On 7 July 2016, the Court of Justice of the European Union (CJEU) handed down a judgment on whether Article 101 of the Treaty on the Functioning of the European Union (TFEU) must be interpreted as precluding effect being given to a licence agreement requiring the licensee to pay royalties for the use of a patent which has been revoked (Sanofi-Aventis v. Genentech, Case C-567/14).
In 1992, Hoechst granted a licence to Genentech for a human cytomegalovirus enhancer. The licensed technology was subject to one European patent and two patents issued in the United States. In 1999, the European Patent Office revoked the European patent.
Under the licence agreement with Hoechst, Genentech was obliged to pay a one-off fee, a fixed annual research fee and a running royalty based on sales of finished products. Genentech never paid the running royalty, however, and in 2008 it notified Hoechst and Sanofi-Aventis (Hoechst’s parent company) that it was terminating the licence. Hoechst and Sanofi-Aventis believed that Genentech had used the enhancer to manufacture its blockbuster drug Rituxan and was therefore liable to pay the running royalty on its sales of that drug.
Sanofi-Aventis initiated two separate actions. In the United States, it brought an action alleging that Genentech infringed the two US patents. The US courts ultimately decided that there was no infringement of the patents in question. Sanofi-Aventis also submitted an application for arbitration against Genentech before the International Court of Arbitration to recover the royalties.
In the arbitral award, the sole arbitrator held that Genentech had manufactured Rituxan using the enhancer and that the company was therefore required under the licence to pay Sanofi-Aventis the running royalties. According to the arbitrator, the commercial purpose of the licence was to avert all litigation on validity. Thus, payments already made under the licence could not be reclaimed, and payments due had to be made regardless of whether the patent had been revoked or was not infringed.
Genentech brought an action before the Paris Court of Appeal seeking annulment of the arbitral award. The company relied on public policy arguments, claiming that a requirement to pay for the use of technology that Genentech’s competitors could use without charge put Genentech at a competitive disadvantage and contravened Article 101 TFEU. The Paris Court of Appeal stayed the proceedings and made a preliminary reference to the CJEU.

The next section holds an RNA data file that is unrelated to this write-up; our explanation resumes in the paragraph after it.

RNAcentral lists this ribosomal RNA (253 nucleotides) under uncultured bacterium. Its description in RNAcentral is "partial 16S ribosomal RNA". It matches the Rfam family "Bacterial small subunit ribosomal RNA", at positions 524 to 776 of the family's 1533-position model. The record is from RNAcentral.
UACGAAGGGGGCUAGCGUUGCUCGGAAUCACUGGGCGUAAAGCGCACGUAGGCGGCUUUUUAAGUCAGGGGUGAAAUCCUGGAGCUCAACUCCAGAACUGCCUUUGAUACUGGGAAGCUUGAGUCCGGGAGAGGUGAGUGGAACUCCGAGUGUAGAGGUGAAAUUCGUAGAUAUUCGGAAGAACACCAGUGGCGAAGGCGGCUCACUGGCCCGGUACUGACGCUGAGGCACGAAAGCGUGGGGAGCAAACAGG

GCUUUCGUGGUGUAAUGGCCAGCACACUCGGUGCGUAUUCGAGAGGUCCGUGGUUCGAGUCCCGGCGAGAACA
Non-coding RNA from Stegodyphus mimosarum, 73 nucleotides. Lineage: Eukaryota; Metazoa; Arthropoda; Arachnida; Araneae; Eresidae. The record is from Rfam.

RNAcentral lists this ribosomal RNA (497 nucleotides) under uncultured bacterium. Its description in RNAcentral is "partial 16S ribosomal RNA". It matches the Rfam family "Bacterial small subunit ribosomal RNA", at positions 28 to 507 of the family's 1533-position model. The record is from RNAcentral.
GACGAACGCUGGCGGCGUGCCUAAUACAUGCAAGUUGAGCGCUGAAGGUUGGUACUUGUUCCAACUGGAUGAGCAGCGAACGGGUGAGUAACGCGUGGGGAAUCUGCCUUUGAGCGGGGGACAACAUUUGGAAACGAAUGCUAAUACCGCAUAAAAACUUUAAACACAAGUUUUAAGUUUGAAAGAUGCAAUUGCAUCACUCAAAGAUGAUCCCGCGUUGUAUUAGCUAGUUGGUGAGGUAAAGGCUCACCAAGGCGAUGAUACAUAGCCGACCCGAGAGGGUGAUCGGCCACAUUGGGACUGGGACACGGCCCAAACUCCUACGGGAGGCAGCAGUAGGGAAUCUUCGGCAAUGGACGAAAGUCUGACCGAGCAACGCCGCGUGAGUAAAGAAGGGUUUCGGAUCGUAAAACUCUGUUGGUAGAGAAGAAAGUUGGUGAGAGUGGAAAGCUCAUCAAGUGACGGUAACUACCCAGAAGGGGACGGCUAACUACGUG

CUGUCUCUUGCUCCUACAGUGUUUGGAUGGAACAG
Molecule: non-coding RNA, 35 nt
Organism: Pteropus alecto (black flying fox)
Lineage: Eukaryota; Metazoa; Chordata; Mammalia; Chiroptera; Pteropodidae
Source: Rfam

The CJEU explained that royalties reflect the parties’ assessment of the value that is attributable to the possibility of exploiting licensed technology, and that this assessment may still apply after expiry of the period of validity of the patent. The court referred to established case law (Case 320/87 Ottung) and held that, where the licensee is free to terminate the licence agreement by giving reasonable notice, an obligation to pay a royalty throughout the validity of the agreement (i.e., not the validity of the IP rights) does not fall within the purview of the Article 101(1) TFEU prohibition.
The CJEU argued that Article 101(1) TFEU does not prohibit the imposition of a contractual requirement providing for payment of a royalty for the exclusive use of a technology that is no longer covered by a patent, on condition that the licensee remains free to terminate the contract. In this respect, the court noted that a royalty reflects (i) the price that is paid for the commercial exploitation of the licensed technology and (ii) a guarantee that the licensor will not enforce its IP rights against the licensee. As such, if the licence agreement is still valid and can be freely terminated by the licensee, the royalty payment is due even if the period of validity of the IP rights in question has expired.
This judgment by the CJEU highlights a number of practical considerations that licensors and licensees should be aware of when negotiating and concluding licence agreements.
First, licence agreements ought to expressly provide for what should happen with respect to the payment of royalties where and if the patents in question are revoked.
Second, if a licensor intends to extract royalties for patents that are no longer protected, the licence agreement should expressly state that the licensee is free to terminate the agreement by giving reasonable notice. Licensors should also ensure that licensees are not otherwise restricted in using the licensed technology following termination of the licence agreement. In order to limit antitrust scrutiny, licensors should consider including (e.g., in the preamble of a licence agreement) a brief commercial explanation of why royalties are charged for unpatented technology.
Third, if negotiations regarding royalties for unpatented technology prove difficult (e.g., because of the licensee’s bargaining power), licensors may consider applying a lower royalty rate following expiry of patent protection. Doing so would ensure that the licence agreement remains valid after expiry of the IP rights.
Fourth, extra caution is required when concluding international licence agreements that have a US element. This is because US law does not permit licensors to collect royalties accruing after patent expiry.